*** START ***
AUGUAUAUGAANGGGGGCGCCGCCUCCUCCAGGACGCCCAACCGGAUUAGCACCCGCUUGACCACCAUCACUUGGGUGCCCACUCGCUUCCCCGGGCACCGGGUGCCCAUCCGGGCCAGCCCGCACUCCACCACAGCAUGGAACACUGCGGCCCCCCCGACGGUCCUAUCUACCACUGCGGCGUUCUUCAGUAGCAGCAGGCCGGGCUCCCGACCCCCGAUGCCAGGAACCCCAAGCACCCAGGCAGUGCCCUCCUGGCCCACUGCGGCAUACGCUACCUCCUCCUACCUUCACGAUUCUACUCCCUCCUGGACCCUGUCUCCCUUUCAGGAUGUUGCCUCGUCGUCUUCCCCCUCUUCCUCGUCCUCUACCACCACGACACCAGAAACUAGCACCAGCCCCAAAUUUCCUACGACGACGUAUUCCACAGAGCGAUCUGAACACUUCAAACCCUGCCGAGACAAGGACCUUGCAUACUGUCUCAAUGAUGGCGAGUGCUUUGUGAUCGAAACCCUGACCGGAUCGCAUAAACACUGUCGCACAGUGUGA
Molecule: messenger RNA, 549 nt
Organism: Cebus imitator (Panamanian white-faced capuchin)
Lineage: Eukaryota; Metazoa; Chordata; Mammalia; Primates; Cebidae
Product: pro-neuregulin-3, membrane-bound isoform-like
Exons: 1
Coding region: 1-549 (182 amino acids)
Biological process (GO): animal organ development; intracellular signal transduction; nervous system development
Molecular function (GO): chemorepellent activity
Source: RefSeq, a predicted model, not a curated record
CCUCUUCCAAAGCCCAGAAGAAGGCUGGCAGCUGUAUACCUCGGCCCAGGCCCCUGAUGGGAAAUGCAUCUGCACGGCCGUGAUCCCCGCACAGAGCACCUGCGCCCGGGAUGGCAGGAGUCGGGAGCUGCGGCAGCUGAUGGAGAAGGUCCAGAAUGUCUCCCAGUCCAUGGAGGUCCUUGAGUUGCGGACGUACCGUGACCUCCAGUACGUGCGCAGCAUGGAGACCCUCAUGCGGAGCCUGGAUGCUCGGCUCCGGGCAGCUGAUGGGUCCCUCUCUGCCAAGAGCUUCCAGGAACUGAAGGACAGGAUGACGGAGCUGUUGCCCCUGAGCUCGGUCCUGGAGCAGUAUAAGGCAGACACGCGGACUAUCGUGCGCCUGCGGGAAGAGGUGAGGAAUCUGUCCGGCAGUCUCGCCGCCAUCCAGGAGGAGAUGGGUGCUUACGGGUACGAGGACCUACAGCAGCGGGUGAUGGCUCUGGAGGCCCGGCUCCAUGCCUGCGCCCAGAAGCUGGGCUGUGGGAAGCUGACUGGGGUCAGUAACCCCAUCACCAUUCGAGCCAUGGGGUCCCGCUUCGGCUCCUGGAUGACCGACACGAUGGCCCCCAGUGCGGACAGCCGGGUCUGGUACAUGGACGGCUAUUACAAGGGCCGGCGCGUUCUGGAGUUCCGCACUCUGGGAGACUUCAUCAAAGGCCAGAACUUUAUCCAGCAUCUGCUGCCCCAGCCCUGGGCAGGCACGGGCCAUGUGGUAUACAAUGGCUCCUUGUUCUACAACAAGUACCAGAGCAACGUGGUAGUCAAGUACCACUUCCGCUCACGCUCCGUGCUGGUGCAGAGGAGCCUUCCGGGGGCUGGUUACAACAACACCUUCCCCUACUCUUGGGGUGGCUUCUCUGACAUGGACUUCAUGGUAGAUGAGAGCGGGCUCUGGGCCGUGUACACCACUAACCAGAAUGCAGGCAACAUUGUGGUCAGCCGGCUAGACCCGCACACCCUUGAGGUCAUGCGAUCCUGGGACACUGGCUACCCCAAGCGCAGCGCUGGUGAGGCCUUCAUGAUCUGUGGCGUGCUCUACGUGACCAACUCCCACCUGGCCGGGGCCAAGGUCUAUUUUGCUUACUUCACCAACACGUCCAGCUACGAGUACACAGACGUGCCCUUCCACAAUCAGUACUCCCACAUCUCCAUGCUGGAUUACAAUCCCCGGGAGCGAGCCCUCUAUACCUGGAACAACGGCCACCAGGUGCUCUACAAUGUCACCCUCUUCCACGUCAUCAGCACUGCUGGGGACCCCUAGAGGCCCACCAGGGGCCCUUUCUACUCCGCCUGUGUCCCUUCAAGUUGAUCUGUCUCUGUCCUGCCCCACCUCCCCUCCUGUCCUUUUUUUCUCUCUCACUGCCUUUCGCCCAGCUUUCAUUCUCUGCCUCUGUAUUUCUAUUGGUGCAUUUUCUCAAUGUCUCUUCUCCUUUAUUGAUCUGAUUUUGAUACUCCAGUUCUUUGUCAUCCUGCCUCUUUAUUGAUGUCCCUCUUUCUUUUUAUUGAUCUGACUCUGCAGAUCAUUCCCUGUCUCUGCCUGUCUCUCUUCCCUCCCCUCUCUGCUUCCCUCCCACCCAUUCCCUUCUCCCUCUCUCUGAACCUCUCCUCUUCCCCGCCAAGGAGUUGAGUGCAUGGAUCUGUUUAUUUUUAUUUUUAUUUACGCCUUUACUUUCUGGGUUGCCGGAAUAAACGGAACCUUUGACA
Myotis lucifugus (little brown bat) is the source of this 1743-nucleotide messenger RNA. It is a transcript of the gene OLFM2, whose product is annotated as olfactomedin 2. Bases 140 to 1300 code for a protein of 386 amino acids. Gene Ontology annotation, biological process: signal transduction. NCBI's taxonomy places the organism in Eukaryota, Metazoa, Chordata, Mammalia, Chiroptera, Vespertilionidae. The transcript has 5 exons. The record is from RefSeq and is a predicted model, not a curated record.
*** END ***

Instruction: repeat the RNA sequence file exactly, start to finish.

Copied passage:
AUGUAUAUGAANGGGGGCGCCGCCUCCUCCAGGACGCCCAACCGGAUUAGCACCCGCUUGACCACCAUCACUUGGGUGCCCACUCGCUUCCCCGGGCACCGGGUGCCCAUCCGGGCCAGCCCGCACUCCACCACAGCAUGGAACACUGCGGCCCCCCCGACGGUCCUAUCUACCACUGCGGCGUUCUUCAGUAGCAGCAGGCCGGGCUCCCGACCCCCGAUGCCAGGAACCCCAAGCACCCAGGCAGUGCCCUCCUGGCCCACUGCGGCAUACGCUACCUCCUCCUACCUUCACGAUUCUACUCCCUCCUGGACCCUGUCUCCCUUUCAGGAUGUUGCCUCGUCGUCUUCCCCCUCUUCCUCGUCCUCUACCACCACGACACCAGAAACUAGCACCAGCCCCAAAUUUCCUACGACGACGUAUUCCACAGAGCGAUCUGAACACUUCAAACCCUGCCGAGACAAGGACCUUGCAUACUGUCUCAAUGAUGGCGAGUGCUUUGUGAUCGAAACCCUGACCGGAUCGCAUAAACACUGUCGCACAGUGUGA
Molecule: messenger RNA, 549 nt
Organism: Cebus imitator (Panamanian white-faced capuchin)
Lineage: Eukaryota; Metazoa; Chordata; Mammalia; Primates; Cebidae
Product: pro-neuregulin-3, membrane-bound isoform-like
Exons: 1
Coding region: 1-549 (182 amino acids)
Biological process (GO): animal organ development; intracellular signal transduction; nervous system development
Molecular function (GO): chemorepellent activity
Source: RefSeq, a predicted model, not a curated record
CCUCUUCCAAAGCCCAGAAGAAGGCUGGCAGCUGUAUACCUCGGCCCAGGCCCCUGAUGGGAAAUGCAUCUGCACGGCCGUGAUCCCCGCACAGAGCACCUGCGCCCGGGAUGGCAGGAGUCGGGAGCUGCGGCAGCUGAUGGAGAAGGUCCAGAAUGUCUCCCAGUCCAUGGAGGUCCUUGAGUUGCGGACGUACCGUGACCUCCAGUACGUGCGCAGCAUGGAGACCCUCAUGCGGAGCCUGGAUGCUCGGCUCCGGGCAGCUGAUGGGUCCCUCUCUGCCAAGAGCUUCCAGGAACUGAAGGACAGGAUGACGGAGCUGUUGCCCCUGAGCUCGGUCCUGGAGCAGUAUAAGGCAGACACGCGGACUAUCGUGCGCCUGCGGGAAGAGGUGAGGAAUCUGUCCGGCAGUCUCGCCGCCAUCCAGGAGGAGAUGGGUGCUUACGGGUACGAGGACCUACAGCAGCGGGUGAUGGCUCUGGAGGCCCGGCUCCAUGCCUGCGCCCAGAAGCUGGGCUGUGGGAAGCUGACUGGGGUCAGUAACCCCAUCACCAUUCGAGCCAUGGGGUCCCGCUUCGGCUCCUGGAUGACCGACACGAUGGCCCCCAGUGCGGACAGCCGGGUCUGGUACAUGGACGGCUAUUACAAGGGCCGGCGCGUUCUGGAGUUCCGCACUCUGGGAGACUUCAUCAAAGGCCAGAACUUUAUCCAGCAUCUGCUGCCCCAGCCCUGGGCAGGCACGGGCCAUGUGGUAUACAAUGGCUCCUUGUUCUACAACAAGUACCAGAGCAACGUGGUAGUCAAGUACCACUUCCGCUCACGCUCCGUGCUGGUGCAGAGGAGCCUUCCGGGGGCUGGUUACAACAACACCUUCCCCUACUCUUGGGGUGGCUUCUCUGACAUGGACUUCAUGGUAGAUGAGAGCGGGCUCUGGGCCGUGUACACCACUAACCAGAAUGCAGGCAACAUUGUGGUCAGCCGGCUAGACCCGCACACCCUUGAGGUCAUGCGAUCCUGGGACACUGGCUACCCCAAGCGCAGCGCUGGUGAGGCCUUCAUGAUCUGUGGCGUGCUCUACGUGACCAACUCCCACCUGGCCGGGGCCAAGGUCUAUUUUGCUUACUUCACCAACACGUCCAGCUACGAGUACACAGACGUGCCCUUCCACAAUCAGUACUCCCACAUCUCCAUGCUGGAUUACAAUCCCCGGGAGCGAGCCCUCUAUACCUGGAACAACGGCCACCAGGUGCUCUACAAUGUCACCCUCUUCCACGUCAUCAGCACUGCUGGGGACCCCUAGAGGCCCACCAGGGGCCCUUUCUACUCCGCCUGUGUCCCUUCAAGUUGAUCUGUCUCUGUCCUGCCCCACCUCCCCUCCUGUCCUUUUUUUCUCUCUCACUGCCUUUCGCCCAGCUUUCAUUCUCUGCCUCUGUAUUUCUAUUGGUGCAUUUUCUCAAUGUCUCUUCUCCUUUAUUGAUCUGAUUUUGAUACUCCAGUUCUUUGUCAUCCUGCCUCUUUAUUGAUGUCCCUCUUUCUUUUUAUUGAUCUGACUCUGCAGAUCAUUCCCUGUCUCUGCCUGUCUCUCUUCCCUCCCCUCUCUGCUUCCCUCCCACCCAUUCCCUUCUCCCUCUCUCUGAACCUCUCCUCUUCCCCGCCAAGGAGUUGAGUGCAUGGAUCUGUUUAUUUUUAUUUUUAUUUACGCCUUUACUUUCUGGGUUGCCGGAAUAAACGGAACCUUUGACA
Myotis lucifugus (little brown bat) is the source of this 1743-nucleotide messenger RNA. It is a transcript of the gene OLFM2, whose product is annotated as olfactomedin 2. Bases 140 to 1300 code for a protein of 386 amino acids. Gene Ontology annotation, biological process: signal transduction. NCBI's taxonomy places the organism in Eukaryota, Metazoa, Chordata, Mammalia, Chiroptera, Vespertilionidae. The transcript has 5 exons. The record is from RefSeq and is a predicted model, not a curated record.